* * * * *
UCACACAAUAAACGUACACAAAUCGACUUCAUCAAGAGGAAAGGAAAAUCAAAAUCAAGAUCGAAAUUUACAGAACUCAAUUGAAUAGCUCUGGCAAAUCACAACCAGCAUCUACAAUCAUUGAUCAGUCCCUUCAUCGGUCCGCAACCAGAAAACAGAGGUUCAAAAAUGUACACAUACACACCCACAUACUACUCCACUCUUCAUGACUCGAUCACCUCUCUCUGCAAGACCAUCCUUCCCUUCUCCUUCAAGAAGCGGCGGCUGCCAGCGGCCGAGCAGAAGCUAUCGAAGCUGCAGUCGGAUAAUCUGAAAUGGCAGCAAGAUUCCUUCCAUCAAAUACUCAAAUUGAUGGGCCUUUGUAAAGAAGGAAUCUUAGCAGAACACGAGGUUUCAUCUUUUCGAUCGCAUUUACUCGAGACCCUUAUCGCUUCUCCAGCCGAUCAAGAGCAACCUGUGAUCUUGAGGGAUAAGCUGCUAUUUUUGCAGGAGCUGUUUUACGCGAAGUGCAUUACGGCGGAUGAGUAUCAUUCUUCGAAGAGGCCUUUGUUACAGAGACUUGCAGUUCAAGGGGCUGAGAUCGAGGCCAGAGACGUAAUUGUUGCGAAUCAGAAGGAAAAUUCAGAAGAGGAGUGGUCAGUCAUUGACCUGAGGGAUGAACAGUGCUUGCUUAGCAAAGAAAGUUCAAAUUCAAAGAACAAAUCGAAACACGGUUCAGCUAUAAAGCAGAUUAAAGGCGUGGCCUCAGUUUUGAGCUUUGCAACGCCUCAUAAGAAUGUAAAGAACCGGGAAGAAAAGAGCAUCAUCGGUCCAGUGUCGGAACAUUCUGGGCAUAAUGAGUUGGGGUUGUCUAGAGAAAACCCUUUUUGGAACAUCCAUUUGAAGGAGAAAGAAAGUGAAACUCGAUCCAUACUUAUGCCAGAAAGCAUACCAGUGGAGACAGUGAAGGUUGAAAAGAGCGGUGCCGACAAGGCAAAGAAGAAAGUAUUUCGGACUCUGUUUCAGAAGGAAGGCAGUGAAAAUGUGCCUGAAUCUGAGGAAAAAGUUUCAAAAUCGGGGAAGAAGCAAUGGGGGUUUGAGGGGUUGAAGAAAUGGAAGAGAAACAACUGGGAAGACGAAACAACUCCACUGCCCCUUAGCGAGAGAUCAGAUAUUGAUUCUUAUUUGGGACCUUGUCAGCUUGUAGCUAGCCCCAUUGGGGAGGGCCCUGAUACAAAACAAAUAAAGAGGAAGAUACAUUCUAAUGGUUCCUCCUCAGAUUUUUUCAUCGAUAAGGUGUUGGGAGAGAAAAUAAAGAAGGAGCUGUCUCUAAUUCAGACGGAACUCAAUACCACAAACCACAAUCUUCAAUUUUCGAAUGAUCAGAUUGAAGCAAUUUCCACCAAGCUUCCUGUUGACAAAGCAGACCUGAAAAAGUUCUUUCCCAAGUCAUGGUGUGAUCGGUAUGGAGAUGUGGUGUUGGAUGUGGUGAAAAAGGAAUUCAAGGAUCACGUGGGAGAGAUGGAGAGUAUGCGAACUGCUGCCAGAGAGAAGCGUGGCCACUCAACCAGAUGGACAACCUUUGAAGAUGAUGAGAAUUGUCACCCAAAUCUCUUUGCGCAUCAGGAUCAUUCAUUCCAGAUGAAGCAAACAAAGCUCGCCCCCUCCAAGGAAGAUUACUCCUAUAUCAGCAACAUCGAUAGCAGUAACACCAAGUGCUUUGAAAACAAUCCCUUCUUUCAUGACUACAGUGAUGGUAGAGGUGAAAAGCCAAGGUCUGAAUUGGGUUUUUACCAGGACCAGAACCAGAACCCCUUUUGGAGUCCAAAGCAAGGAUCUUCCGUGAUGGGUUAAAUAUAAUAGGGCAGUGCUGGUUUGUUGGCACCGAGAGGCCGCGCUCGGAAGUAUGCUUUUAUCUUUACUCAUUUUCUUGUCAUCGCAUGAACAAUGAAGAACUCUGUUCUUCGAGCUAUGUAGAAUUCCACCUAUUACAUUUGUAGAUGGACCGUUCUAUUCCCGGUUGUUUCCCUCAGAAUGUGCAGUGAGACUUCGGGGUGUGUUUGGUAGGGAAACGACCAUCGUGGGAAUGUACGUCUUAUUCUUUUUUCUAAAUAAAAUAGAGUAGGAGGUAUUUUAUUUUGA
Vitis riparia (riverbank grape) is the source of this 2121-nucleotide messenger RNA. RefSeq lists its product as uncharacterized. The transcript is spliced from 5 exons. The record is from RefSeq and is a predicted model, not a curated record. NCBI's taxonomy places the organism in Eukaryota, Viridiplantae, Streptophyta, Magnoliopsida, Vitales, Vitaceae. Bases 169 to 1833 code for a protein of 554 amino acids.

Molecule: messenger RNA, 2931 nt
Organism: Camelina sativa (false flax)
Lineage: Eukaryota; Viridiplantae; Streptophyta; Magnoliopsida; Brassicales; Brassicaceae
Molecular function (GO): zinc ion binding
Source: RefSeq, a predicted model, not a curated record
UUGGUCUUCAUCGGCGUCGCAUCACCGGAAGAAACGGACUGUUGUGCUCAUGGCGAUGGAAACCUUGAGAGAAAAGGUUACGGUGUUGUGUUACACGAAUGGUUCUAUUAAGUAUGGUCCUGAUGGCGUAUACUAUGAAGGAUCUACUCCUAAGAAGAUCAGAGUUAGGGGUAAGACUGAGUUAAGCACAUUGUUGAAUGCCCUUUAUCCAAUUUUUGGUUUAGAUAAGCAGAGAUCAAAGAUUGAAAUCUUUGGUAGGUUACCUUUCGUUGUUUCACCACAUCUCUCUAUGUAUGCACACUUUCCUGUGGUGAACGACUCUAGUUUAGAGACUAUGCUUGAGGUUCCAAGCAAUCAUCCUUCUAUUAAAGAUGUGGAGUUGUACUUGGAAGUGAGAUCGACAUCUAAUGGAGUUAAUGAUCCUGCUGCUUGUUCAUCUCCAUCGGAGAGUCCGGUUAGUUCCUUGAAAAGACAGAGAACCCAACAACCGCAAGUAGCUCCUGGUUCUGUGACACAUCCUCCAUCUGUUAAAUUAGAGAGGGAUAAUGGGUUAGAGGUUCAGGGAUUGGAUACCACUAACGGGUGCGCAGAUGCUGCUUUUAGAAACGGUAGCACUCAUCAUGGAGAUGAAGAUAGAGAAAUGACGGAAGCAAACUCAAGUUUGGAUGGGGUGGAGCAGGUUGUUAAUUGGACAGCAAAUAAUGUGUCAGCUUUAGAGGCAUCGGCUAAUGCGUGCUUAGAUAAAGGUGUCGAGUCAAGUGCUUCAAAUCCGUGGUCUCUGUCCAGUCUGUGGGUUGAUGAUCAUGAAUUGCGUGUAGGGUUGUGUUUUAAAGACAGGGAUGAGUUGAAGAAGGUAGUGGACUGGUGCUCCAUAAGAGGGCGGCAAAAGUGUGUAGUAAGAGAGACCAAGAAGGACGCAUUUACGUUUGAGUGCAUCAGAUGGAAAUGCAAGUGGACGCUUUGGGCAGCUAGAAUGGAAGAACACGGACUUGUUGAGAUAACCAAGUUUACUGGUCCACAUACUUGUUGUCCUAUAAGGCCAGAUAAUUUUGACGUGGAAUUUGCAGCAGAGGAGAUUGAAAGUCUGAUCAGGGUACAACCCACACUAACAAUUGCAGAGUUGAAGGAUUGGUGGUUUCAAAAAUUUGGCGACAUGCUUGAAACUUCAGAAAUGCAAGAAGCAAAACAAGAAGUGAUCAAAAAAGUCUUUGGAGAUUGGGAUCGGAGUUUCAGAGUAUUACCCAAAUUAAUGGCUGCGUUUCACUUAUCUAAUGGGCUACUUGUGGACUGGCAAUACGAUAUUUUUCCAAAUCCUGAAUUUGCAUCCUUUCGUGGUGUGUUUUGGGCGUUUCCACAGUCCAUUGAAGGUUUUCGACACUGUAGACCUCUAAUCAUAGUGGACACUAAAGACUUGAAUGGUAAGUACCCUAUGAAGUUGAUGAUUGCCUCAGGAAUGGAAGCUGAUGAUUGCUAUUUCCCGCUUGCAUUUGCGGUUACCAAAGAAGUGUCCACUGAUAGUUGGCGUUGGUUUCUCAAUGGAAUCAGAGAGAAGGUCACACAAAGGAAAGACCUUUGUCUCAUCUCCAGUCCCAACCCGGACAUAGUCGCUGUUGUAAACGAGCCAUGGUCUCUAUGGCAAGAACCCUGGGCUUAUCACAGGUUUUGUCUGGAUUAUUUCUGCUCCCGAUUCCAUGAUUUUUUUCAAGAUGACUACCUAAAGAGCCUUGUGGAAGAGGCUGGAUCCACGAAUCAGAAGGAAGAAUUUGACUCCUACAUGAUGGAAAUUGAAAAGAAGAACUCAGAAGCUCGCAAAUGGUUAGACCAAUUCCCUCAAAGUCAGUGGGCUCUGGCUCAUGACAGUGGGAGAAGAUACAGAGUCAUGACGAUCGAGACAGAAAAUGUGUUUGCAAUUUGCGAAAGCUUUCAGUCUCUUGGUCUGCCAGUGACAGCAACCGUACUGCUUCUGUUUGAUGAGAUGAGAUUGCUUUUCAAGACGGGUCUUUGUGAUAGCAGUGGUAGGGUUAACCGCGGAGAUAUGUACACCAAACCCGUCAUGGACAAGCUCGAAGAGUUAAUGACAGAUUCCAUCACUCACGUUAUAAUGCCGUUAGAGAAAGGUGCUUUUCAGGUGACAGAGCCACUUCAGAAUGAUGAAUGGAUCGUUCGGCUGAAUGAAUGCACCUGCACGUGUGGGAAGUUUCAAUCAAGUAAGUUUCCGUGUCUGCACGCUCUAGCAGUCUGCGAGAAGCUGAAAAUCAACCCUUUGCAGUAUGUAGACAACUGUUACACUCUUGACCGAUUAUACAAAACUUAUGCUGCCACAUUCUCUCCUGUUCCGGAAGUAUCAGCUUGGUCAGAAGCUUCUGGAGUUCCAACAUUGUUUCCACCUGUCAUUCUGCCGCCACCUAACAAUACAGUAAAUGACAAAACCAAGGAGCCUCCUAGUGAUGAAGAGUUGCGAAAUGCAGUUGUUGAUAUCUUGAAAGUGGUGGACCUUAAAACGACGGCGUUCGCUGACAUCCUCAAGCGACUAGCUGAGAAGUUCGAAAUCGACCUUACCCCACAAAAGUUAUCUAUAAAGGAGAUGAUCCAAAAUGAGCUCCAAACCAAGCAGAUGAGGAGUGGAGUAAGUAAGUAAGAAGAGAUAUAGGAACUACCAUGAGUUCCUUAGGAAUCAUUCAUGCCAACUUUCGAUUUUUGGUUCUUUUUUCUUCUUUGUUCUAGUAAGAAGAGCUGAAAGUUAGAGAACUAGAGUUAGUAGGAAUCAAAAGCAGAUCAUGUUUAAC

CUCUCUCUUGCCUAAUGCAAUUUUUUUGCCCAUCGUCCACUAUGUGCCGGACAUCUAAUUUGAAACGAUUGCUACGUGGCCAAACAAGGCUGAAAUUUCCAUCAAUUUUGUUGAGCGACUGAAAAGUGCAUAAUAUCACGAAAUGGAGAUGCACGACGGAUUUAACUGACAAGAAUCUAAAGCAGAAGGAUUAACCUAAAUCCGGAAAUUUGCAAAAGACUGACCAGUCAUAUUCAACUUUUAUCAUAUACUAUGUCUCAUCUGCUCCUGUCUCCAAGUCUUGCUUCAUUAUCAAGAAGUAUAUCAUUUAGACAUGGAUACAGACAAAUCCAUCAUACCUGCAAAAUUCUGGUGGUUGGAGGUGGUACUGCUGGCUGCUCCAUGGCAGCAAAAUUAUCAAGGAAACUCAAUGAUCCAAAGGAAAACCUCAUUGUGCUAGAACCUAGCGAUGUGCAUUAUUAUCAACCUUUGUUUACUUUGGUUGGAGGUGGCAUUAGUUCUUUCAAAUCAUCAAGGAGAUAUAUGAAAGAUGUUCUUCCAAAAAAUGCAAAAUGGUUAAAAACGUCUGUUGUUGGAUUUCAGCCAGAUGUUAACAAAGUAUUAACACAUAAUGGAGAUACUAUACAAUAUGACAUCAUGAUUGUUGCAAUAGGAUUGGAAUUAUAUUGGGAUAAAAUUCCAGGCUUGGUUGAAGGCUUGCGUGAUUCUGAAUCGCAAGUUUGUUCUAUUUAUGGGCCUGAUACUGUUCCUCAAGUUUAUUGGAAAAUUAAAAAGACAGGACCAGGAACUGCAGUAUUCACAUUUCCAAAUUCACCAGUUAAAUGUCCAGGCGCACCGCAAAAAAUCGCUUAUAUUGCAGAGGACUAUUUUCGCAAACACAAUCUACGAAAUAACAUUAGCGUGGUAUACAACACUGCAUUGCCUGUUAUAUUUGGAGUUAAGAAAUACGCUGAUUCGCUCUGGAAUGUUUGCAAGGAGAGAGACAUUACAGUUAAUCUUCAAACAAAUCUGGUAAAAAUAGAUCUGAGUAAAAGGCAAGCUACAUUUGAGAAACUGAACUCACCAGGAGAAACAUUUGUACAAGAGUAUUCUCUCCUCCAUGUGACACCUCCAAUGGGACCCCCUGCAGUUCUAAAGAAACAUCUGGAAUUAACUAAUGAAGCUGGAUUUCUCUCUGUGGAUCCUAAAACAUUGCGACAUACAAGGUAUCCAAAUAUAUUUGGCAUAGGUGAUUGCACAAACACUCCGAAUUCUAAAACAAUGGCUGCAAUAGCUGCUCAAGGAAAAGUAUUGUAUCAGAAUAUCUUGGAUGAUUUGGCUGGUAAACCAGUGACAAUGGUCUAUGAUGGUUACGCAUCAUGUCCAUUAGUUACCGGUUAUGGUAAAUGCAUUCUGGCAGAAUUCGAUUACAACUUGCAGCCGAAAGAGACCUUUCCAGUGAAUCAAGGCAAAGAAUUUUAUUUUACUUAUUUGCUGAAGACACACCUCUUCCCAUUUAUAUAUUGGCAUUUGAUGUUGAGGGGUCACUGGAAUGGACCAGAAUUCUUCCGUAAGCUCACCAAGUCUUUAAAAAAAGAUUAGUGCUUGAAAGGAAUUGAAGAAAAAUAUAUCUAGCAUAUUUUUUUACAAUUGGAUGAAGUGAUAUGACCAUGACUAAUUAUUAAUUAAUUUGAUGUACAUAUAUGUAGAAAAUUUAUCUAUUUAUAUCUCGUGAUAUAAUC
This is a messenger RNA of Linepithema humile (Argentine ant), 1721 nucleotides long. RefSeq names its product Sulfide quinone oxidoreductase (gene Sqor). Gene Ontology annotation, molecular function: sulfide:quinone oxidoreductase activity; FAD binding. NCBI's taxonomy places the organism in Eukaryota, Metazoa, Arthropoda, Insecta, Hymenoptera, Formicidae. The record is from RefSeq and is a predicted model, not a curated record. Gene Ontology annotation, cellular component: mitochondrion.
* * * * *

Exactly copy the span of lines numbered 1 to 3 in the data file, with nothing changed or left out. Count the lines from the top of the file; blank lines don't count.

UCACACAAUAAACGUACACAAAUCGACUUCAUCAAGAGGAAAGGAAAAUCAAAAUCAAGAUCGAAAUUUACAGAACUCAAUUGAAUAGCUCUGGCAAAUCACAACCAGCAUCUACAAUCAUUGAUCAGUCCCUUCAUCGGUCCGCAACCAGAAAACAGAGGUUCAAAAAUGUACACAUACACACCCACAUACUACUCCACUCUUCAUGACUCGAUCACCUCUCUCUGCAAGACCAUCCUUCCCUUCUCCUUCAAGAAGCGGCGGCUGCCAGCGGCCGAGCAGAAGCUAUCGAAGCUGCAGUCGGAUAAUCUGAAAUGGCAGCAAGAUUCCUUCCAUCAAAUACUCAAAUUGAUGGGCCUUUGUAAAGAAGGAAUCUUAGCAGAACACGAGGUUUCAUCUUUUCGAUCGCAUUUACUCGAGACCCUUAUCGCUUCUCCAGCCGAUCAAGAGCAACCUGUGAUCUUGAGGGAUAAGCUGCUAUUUUUGCAGGAGCUGUUUUACGCGAAGUGCAUUACGGCGGAUGAGUAUCAUUCUUCGAAGAGGCCUUUGUUACAGAGACUUGCAGUUCAAGGGGCUGAGAUCGAGGCCAGAGACGUAAUUGUUGCGAAUCAGAAGGAAAAUUCAGAAGAGGAGUGGUCAGUCAUUGACCUGAGGGAUGAACAGUGCUUGCUUAGCAAAGAAAGUUCAAAUUCAAAGAACAAAUCGAAACACGGUUCAGCUAUAAAGCAGAUUAAAGGCGUGGCCUCAGUUUUGAGCUUUGCAACGCCUCAUAAGAAUGUAAAGAACCGGGAAGAAAAGAGCAUCAUCGGUCCAGUGUCGGAACAUUCUGGGCAUAAUGAGUUGGGGUUGUCUAGAGAAAACCCUUUUUGGAACAUCCAUUUGAAGGAGAAAGAAAGUGAAACUCGAUCCAUACUUAUGCCAGAAAGCAUACCAGUGGAGACAGUGAAGGUUGAAAAGAGCGGUGCCGACAAGGCAAAGAAGAAAGUAUUUCGGACUCUGUUUCAGAAGGAAGGCAGUGAAAAUGUGCCUGAAUCUGAGGAAAAAGUUUCAAAAUCGGGGAAGAAGCAAUGGGGGUUUGAGGGGUUGAAGAAAUGGAAGAGAAACAACUGGGAAGACGAAACAACUCCACUGCCCCUUAGCGAGAGAUCAGAUAUUGAUUCUUAUUUGGGACCUUGUCAGCUUGUAGCUAGCCCCAUUGGGGAGGGCCCUGAUACAAAACAAAUAAAGAGGAAGAUACAUUCUAAUGGUUCCUCCUCAGAUUUUUUCAUCGAUAAGGUGUUGGGAGAGAAAAUAAAGAAGGAGCUGUCUCUAAUUCAGACGGAACUCAAUACCACAAACCACAAUCUUCAAUUUUCGAAUGAUCAGAUUGAAGCAAUUUCCACCAAGCUUCCUGUUGACAAAGCAGACCUGAAAAAGUUCUUUCCCAAGUCAUGGUGUGAUCGGUAUGGAGAUGUGGUGUUGGAUGUGGUGAAAAAGGAAUUCAAGGAUCACGUGGGAGAGAUGGAGAGUAUGCGAACUGCUGCCAGAGAGAAGCGUGGCCACUCAACCAGAUGGACAACCUUUGAAGAUGAUGAGAAUUGUCACCCAAAUCUCUUUGCGCAUCAGGAUCAUUCAUUCCAGAUGAAGCAAACAAAGCUCGCCCCCUCCAAGGAAGAUUACUCCUAUAUCAGCAACAUCGAUAGCAGUAACACCAAGUGCUUUGAAAACAAUCCCUUCUUUCAUGACUACAGUGAUGGUAGAGGUGAAAAGCCAAGGUCUGAAUUGGGUUUUUACCAGGACCAGAACCAGAACCCCUUUUGGAGUCCAAAGCAAGGAUCUUCCGUGAUGGGUUAAAUAUAAUAGGGCAGUGCUGGUUUGUUGGCACCGAGAGGCCGCGCUCGGAAGUAUGCUUUUAUCUUUACUCAUUUUCUUGUCAUCGCAUGAACAAUGAAGAACUCUGUUCUUCGAGCUAUGUAGAAUUCCACCUAUUACAUUUGUAGAUGGACCGUUCUAUUCCCGGUUGUUUCCCUCAGAAUGUGCAGUGAGACUUCGGGGUGUGUUUGGUAGGGAAACGACCAUCGUGGGAAUGUACGUCUUAUUCUUUUUUCUAAAUAAAAUAGAGUAGGAGGUAUUUUAUUUUGA
Vitis riparia (riverbank grape) is the source of this 2121-nucleotide messenger RNA. RefSeq lists its product as uncharacterized. The transcript is spliced from 5 exons. The record is from RefSeq and is a predicted model, not a curated record. NCBI's taxonomy places the organism in Eukaryota, Viridiplantae, Streptophyta, Magnoliopsida, Vitales, Vitaceae. Bases 169 to 1833 code for a protein of 554 amino acids.

Molecule: messenger RNA, 2931 nt